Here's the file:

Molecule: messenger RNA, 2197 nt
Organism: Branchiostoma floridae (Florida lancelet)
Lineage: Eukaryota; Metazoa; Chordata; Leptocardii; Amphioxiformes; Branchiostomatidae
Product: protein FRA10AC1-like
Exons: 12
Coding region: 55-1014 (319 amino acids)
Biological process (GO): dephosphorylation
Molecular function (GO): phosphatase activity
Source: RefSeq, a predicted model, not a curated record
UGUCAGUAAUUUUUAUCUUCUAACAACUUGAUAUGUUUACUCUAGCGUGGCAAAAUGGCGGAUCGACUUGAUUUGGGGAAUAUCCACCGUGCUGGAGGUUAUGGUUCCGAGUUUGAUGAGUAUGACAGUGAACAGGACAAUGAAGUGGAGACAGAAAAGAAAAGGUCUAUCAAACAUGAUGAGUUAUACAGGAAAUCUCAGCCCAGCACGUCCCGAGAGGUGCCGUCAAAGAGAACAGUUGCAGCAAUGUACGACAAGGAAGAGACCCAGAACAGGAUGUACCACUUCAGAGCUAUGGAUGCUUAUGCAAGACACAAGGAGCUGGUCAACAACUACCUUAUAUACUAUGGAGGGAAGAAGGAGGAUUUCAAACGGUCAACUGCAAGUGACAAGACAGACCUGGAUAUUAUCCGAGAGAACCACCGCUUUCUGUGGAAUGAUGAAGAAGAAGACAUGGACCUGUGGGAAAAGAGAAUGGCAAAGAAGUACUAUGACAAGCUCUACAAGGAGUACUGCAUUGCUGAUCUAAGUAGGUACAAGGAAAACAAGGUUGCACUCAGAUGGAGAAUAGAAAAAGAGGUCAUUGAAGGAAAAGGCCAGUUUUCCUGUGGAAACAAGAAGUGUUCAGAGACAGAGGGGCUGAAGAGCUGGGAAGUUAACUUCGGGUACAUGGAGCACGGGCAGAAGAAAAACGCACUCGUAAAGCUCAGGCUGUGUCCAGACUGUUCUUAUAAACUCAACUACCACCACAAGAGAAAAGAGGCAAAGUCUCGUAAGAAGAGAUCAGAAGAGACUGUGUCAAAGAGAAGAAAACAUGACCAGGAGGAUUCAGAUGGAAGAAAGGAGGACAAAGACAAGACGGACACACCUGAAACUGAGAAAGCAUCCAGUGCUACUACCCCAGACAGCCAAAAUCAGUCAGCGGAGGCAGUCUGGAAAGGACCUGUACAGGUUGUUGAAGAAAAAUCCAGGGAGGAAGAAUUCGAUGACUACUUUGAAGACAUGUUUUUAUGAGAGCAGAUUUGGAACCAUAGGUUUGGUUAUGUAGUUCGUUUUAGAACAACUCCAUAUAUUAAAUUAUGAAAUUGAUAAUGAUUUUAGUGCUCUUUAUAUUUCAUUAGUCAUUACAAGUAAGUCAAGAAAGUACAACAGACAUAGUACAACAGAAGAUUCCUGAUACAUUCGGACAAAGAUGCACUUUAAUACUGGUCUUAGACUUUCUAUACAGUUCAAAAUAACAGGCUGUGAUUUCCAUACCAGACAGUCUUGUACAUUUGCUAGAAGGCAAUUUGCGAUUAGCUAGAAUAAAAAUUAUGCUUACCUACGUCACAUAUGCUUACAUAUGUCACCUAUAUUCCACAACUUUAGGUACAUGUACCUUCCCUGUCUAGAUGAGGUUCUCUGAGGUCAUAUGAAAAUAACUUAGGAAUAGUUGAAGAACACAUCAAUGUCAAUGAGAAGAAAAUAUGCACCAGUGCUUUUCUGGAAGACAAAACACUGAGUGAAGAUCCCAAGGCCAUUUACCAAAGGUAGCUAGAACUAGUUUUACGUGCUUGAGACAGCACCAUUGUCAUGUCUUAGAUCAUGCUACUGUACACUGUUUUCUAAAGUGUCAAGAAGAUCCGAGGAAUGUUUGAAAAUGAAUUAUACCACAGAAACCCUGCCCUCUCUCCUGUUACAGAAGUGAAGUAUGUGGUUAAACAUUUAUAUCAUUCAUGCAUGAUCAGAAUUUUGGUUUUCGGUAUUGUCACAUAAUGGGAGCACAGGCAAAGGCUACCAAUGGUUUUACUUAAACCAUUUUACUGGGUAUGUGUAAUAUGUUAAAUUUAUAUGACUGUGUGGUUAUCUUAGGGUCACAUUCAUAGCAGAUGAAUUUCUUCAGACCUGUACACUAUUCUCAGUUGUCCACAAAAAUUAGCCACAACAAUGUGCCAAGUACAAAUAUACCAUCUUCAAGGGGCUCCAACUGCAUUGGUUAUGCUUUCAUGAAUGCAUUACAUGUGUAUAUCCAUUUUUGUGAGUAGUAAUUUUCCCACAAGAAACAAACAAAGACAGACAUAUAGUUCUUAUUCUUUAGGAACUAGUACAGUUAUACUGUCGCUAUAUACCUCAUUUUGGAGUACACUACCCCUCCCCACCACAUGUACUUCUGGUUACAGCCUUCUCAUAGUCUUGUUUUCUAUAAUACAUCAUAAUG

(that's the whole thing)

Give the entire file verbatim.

Molecule: messenger RNA, 2197 nt
Organism: Branchiostoma floridae (Florida lancelet)
Lineage: Eukaryota; Metazoa; Chordata; Leptocardii; Amphioxiformes; Branchiostomatidae
Product: protein FRA10AC1-like
Exons: 12
Coding region: 55-1014 (319 amino acids)
Biological process (GO): dephosphorylation
Molecular function (GO): phosphatase activity
Source: RefSeq, a predicted model, not a curated record
UGUCAGUAAUUUUUAUCUUCUAACAACUUGAUAUGUUUACUCUAGCGUGGCAAAAUGGCGGAUCGACUUGAUUUGGGGAAUAUCCACCGUGCUGGAGGUUAUGGUUCCGAGUUUGAUGAGUAUGACAGUGAACAGGACAAUGAAGUGGAGACAGAAAAGAAAAGGUCUAUCAAACAUGAUGAGUUAUACAGGAAAUCUCAGCCCAGCACGUCCCGAGAGGUGCCGUCAAAGAGAACAGUUGCAGCAAUGUACGACAAGGAAGAGACCCAGAACAGGAUGUACCACUUCAGAGCUAUGGAUGCUUAUGCAAGACACAAGGAGCUGGUCAACAACUACCUUAUAUACUAUGGAGGGAAGAAGGAGGAUUUCAAACGGUCAACUGCAAGUGACAAGACAGACCUGGAUAUUAUCCGAGAGAACCACCGCUUUCUGUGGAAUGAUGAAGAAGAAGACAUGGACCUGUGGGAAAAGAGAAUGGCAAAGAAGUACUAUGACAAGCUCUACAAGGAGUACUGCAUUGCUGAUCUAAGUAGGUACAAGGAAAACAAGGUUGCACUCAGAUGGAGAAUAGAAAAAGAGGUCAUUGAAGGAAAAGGCCAGUUUUCCUGUGGAAACAAGAAGUGUUCAGAGACAGAGGGGCUGAAGAGCUGGGAAGUUAACUUCGGGUACAUGGAGCACGGGCAGAAGAAAAACGCACUCGUAAAGCUCAGGCUGUGUCCAGACUGUUCUUAUAAACUCAACUACCACCACAAGAGAAAAGAGGCAAAGUCUCGUAAGAAGAGAUCAGAAGAGACUGUGUCAAAGAGAAGAAAACAUGACCAGGAGGAUUCAGAUGGAAGAAAGGAGGACAAAGACAAGACGGACACACCUGAAACUGAGAAAGCAUCCAGUGCUACUACCCCAGACAGCCAAAAUCAGUCAGCGGAGGCAGUCUGGAAAGGACCUGUACAGGUUGUUGAAGAAAAAUCCAGGGAGGAAGAAUUCGAUGACUACUUUGAAGACAUGUUUUUAUGAGAGCAGAUUUGGAACCAUAGGUUUGGUUAUGUAGUUCGUUUUAGAACAACUCCAUAUAUUAAAUUAUGAAAUUGAUAAUGAUUUUAGUGCUCUUUAUAUUUCAUUAGUCAUUACAAGUAAGUCAAGAAAGUACAACAGACAUAGUACAACAGAAGAUUCCUGAUACAUUCGGACAAAGAUGCACUUUAAUACUGGUCUUAGACUUUCUAUACAGUUCAAAAUAACAGGCUGUGAUUUCCAUACCAGACAGUCUUGUACAUUUGCUAGAAGGCAAUUUGCGAUUAGCUAGAAUAAAAAUUAUGCUUACCUACGUCACAUAUGCUUACAUAUGUCACCUAUAUUCCACAACUUUAGGUACAUGUACCUUCCCUGUCUAGAUGAGGUUCUCUGAGGUCAUAUGAAAAUAACUUAGGAAUAGUUGAAGAACACAUCAAUGUCAAUGAGAAGAAAAUAUGCACCAGUGCUUUUCUGGAAGACAAAACACUGAGUGAAGAUCCCAAGGCCAUUUACCAAAGGUAGCUAGAACUAGUUUUACGUGCUUGAGACAGCACCAUUGUCAUGUCUUAGAUCAUGCUACUGUACACUGUUUUCUAAAGUGUCAAGAAGAUCCGAGGAAUGUUUGAAAAUGAAUUAUACCACAGAAACCCUGCCCUCUCUCCUGUUACAGAAGUGAAGUAUGUGGUUAAACAUUUAUAUCAUUCAUGCAUGAUCAGAAUUUUGGUUUUCGGUAUUGUCACAUAAUGGGAGCACAGGCAAAGGCUACCAAUGGUUUUACUUAAACCAUUUUACUGGGUAUGUGUAAUAUGUUAAAUUUAUAUGACUGUGUGGUUAUCUUAGGGUCACAUUCAUAGCAGAUGAAUUUCUUCAGACCUGUACACUAUUCUCAGUUGUCCACAAAAAUUAGCCACAACAAUGUGCCAAGUACAAAUAUACCAUCUUCAAGGGGCUCCAACUGCAUUGGUUAUGCUUUCAUGAAUGCAUUACAUGUGUAUAUCCAUUUUUGUGAGUAGUAAUUUUCCCACAAGAAACAAACAAAGACAGACAUAUAGUUCUUAUUCUUUAGGAACUAGUACAGUUAUACUGUCGCUAUAUACCUCAUUUUGGAGUACACUACCCCUCCCCACCACAUGUACUUCUGGUUACAGCCUUCUCAUAGUCUUGUUUUCUAUAAUACAUCAUAAUG